First Quantum is preparing for post-election negotiations in Panama in the hopes a solution can be reached for its currently shuttered Cobre Panama mine, said chief executive Tristan Pascall on Wednesday.

Speaking on an earnings call, Pascall declined to speculate on the outcome of the May 5 vote, saying the company is prepared to work with whichever party is elected.

"Our job at the moment in Panama is to be listening, to understand the voices that speak on the mine and the future mining in Panama."

The Toronto-headquartered mining company suspended production at the open-pit copper mine in Panama in November following widespread protests and a court ruling that found the agreement with the government covering the mine was unconstitutional. 

The mine is now in care and maintenance at a cost of about US$15 million to US$20 million a month as the company waits for progress on talks.

Pascall says that while a faster mine restart would make it easier to carry out, the company isn't planning on a quick resolution of the issue.

“There’s a lot to come in terms of our discussion leading up to the election, and then working with whoever comes through in the election about solving the challenges for the country, solving the challenges around the mine, and working that through, listening to the people of Panama, to resolve the situation.”

The mine's shutdown has weighed on First Quantum's recent financial results. 

For its first quarter, the company reported a US$159 million loss after markets closed on Tuesday, down from profits of US$75 million a year earlier. Last quarter it reported a $1.04-billion loss related to the mine shutdown.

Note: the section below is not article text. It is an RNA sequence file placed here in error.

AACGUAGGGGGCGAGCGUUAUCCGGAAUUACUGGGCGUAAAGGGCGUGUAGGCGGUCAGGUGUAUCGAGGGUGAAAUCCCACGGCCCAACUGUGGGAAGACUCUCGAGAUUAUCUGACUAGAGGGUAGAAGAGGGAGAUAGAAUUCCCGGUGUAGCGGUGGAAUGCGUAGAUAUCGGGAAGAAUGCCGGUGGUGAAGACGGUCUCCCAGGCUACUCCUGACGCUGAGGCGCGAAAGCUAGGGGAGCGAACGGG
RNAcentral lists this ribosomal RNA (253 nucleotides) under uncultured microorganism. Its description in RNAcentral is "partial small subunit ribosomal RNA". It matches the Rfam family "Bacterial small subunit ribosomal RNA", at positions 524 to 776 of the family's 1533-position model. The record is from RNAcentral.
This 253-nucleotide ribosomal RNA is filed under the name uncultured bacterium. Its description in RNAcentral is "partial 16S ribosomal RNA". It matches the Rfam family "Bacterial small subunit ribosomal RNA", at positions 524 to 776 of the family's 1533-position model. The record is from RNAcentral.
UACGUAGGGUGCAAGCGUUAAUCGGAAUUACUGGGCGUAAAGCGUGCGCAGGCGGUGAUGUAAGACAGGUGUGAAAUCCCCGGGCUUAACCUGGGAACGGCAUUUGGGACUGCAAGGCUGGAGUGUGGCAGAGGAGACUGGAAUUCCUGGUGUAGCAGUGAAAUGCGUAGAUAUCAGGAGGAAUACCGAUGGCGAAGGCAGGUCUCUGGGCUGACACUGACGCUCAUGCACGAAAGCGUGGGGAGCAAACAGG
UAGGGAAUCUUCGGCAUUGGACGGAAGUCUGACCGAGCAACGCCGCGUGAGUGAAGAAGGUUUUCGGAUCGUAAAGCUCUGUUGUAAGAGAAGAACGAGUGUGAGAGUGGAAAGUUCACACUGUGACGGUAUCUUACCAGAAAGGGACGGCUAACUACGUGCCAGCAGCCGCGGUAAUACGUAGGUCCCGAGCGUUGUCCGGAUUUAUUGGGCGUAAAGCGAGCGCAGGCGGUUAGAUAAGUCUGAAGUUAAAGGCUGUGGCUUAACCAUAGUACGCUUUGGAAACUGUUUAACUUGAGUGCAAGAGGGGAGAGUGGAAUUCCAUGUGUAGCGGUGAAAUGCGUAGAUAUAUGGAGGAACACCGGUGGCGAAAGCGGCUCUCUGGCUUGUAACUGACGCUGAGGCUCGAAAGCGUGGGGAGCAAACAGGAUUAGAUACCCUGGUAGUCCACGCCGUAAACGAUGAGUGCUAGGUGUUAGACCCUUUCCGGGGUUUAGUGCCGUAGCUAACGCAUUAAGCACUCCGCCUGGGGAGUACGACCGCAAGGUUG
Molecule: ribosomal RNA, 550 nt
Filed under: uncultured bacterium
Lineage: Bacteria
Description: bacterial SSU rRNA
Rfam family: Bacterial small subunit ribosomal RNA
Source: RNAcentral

The company is still waiting on approval to export about 121,000 tonnes of concentrate from the mine. Pascall said he had been told it could happen before the election, but that is looking less likely.

"It’s in the context of election politics, and strong debates around that, so the balance of probability, it probably spills over after the election."

Along with readying itself to work with whoever is elected president, the company also continues to move forward on two arbitration cases on the mine. 

The company has consistently stated that arbitration is not its preferred outcome, and it remains committed to the country and being part of a long-term solution, said Pascall.

While the company has faced significant challenges, its balance sheet has been significantly strengthened from more than US$2-billion in financing measures carried out in the last quarter, said Pascall.

Besides Panama, First Quantum is also facing issues in Zambia after the country declared a state of emergency related to drought conditions that have affected power supplies.

First Quantum is expecting reduced power supplies and so is working to secure additional power from neighbouring countries, though at higher rates.

Over the longer term, the company is advancing a 430-megawatt solar and wind project with TotalEnergies and Chariot Energy, though commissioning isn't expected until 2026 and 2027, respectively. 

Revenues for the latest quarter were US$1.04 billion, down from US$1.56 billion a year earlier.

Loss per diluted share was 21 cents US, compared with earnings of 11 cents for the same quarter last year.

This report by The Canadian Press was first published April 24, 2024.